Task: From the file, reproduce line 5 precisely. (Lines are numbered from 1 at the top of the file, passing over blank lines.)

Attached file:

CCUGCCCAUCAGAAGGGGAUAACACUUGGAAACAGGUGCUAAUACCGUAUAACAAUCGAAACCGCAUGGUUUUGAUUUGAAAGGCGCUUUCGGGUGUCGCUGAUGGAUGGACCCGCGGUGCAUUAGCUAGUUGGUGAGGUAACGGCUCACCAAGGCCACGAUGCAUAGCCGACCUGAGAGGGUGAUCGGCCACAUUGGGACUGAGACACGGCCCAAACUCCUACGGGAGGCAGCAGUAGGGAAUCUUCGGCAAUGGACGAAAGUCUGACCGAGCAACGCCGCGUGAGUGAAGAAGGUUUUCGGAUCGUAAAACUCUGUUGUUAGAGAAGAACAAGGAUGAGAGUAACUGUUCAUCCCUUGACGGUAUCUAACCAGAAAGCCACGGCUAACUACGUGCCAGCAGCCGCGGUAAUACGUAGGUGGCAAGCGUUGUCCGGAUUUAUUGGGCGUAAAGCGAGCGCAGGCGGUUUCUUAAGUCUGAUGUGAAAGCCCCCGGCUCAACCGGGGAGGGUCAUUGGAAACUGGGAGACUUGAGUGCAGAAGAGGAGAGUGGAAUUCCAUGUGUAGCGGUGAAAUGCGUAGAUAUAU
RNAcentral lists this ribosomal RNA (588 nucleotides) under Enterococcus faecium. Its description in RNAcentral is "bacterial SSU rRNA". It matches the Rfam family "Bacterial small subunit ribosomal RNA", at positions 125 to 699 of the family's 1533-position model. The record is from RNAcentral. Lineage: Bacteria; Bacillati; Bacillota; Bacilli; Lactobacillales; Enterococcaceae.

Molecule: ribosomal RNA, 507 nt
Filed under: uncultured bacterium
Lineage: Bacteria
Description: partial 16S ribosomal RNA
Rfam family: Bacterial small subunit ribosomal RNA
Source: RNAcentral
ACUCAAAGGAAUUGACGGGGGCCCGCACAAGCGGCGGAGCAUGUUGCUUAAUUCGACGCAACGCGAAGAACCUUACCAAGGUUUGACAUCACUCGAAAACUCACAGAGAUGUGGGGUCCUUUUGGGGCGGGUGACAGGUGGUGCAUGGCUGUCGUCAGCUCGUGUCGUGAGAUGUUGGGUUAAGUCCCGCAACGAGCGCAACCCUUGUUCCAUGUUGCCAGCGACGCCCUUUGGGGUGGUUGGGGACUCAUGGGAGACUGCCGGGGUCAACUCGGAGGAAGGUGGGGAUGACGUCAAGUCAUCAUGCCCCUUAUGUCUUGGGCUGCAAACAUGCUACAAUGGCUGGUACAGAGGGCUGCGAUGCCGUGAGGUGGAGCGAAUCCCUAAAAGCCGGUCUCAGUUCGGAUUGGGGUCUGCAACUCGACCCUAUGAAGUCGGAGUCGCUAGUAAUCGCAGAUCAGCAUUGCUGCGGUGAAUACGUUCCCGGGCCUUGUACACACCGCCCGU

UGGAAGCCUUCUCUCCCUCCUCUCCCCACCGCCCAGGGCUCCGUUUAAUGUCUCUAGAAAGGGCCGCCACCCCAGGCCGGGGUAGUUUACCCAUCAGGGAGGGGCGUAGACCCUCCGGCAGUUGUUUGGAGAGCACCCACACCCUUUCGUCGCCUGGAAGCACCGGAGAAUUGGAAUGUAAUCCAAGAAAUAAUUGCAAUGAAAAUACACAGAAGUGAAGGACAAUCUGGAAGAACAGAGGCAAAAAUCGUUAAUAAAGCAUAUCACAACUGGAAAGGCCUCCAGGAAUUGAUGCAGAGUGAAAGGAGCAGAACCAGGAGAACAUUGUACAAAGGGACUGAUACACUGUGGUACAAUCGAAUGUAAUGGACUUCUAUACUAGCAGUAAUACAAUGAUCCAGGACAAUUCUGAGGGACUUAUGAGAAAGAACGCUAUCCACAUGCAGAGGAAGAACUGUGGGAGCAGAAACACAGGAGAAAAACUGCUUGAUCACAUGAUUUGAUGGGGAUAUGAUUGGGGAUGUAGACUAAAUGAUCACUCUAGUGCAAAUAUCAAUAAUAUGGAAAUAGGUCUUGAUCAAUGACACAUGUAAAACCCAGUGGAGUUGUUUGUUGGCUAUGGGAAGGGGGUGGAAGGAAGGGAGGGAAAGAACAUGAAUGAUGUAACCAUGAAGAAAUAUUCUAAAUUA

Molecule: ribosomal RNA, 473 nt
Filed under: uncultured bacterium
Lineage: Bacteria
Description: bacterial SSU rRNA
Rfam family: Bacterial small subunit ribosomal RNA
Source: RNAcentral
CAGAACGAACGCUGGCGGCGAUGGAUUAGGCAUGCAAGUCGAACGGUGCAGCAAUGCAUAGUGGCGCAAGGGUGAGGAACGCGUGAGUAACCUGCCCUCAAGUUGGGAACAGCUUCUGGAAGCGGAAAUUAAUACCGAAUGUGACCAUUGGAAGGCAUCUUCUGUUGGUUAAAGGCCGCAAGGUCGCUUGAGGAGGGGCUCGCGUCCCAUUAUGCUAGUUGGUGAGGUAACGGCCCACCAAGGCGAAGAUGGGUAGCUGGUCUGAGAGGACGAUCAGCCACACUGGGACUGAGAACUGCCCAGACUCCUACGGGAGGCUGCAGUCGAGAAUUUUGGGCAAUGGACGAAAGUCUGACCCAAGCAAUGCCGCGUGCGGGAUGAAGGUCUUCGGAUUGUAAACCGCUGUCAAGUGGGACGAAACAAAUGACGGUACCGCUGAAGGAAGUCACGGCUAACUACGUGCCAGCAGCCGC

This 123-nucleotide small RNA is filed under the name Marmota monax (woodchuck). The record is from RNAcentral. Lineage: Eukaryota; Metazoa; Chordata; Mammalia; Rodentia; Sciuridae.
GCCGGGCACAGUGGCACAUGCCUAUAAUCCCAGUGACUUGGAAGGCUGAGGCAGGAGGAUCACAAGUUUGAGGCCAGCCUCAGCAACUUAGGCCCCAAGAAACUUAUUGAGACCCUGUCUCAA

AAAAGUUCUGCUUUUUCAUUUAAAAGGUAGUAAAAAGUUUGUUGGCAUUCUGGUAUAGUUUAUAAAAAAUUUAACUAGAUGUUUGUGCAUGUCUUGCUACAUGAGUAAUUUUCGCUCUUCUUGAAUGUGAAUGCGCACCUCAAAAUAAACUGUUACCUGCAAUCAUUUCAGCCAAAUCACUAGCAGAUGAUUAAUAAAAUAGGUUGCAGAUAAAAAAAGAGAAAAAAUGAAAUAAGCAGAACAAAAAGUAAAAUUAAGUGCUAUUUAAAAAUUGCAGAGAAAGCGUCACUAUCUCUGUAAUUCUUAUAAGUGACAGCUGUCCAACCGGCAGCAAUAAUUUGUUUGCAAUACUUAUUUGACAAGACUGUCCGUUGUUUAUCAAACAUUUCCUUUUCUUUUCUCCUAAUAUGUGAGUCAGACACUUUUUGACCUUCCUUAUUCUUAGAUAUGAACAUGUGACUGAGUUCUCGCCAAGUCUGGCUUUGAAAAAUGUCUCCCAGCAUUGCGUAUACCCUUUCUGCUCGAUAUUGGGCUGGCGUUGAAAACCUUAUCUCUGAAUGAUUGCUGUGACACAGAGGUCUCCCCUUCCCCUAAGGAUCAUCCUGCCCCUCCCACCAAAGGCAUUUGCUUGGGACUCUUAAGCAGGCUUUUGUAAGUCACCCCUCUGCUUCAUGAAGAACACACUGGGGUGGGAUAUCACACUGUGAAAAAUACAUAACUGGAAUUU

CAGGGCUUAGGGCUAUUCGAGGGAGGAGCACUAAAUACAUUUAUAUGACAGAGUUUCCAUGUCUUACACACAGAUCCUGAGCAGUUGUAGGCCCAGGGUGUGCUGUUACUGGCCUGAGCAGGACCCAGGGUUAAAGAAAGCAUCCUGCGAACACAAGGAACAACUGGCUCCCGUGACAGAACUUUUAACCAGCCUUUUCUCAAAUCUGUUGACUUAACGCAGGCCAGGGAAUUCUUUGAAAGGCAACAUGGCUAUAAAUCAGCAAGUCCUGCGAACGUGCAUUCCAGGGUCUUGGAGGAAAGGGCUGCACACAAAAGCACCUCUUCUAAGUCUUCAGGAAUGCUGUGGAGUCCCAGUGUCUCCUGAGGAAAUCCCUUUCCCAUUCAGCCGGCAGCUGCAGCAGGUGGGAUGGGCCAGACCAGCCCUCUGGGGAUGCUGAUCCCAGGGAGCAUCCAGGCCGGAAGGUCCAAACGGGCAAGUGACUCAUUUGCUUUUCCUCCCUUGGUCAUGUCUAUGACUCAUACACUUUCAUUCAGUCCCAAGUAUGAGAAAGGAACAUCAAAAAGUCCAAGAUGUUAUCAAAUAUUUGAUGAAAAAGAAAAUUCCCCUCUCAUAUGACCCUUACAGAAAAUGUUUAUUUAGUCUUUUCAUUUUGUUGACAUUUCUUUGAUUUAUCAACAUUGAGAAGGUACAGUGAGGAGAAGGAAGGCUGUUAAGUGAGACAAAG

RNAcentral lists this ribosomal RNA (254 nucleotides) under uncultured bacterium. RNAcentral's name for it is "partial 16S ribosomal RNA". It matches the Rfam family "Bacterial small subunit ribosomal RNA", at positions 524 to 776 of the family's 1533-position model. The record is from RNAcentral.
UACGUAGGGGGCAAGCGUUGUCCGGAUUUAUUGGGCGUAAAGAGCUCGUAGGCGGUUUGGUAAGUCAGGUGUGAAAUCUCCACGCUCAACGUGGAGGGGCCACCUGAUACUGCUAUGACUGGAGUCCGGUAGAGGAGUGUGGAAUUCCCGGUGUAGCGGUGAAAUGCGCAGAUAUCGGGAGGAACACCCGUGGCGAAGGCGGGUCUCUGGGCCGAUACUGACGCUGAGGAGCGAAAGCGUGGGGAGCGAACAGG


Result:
Lineage: Bacteria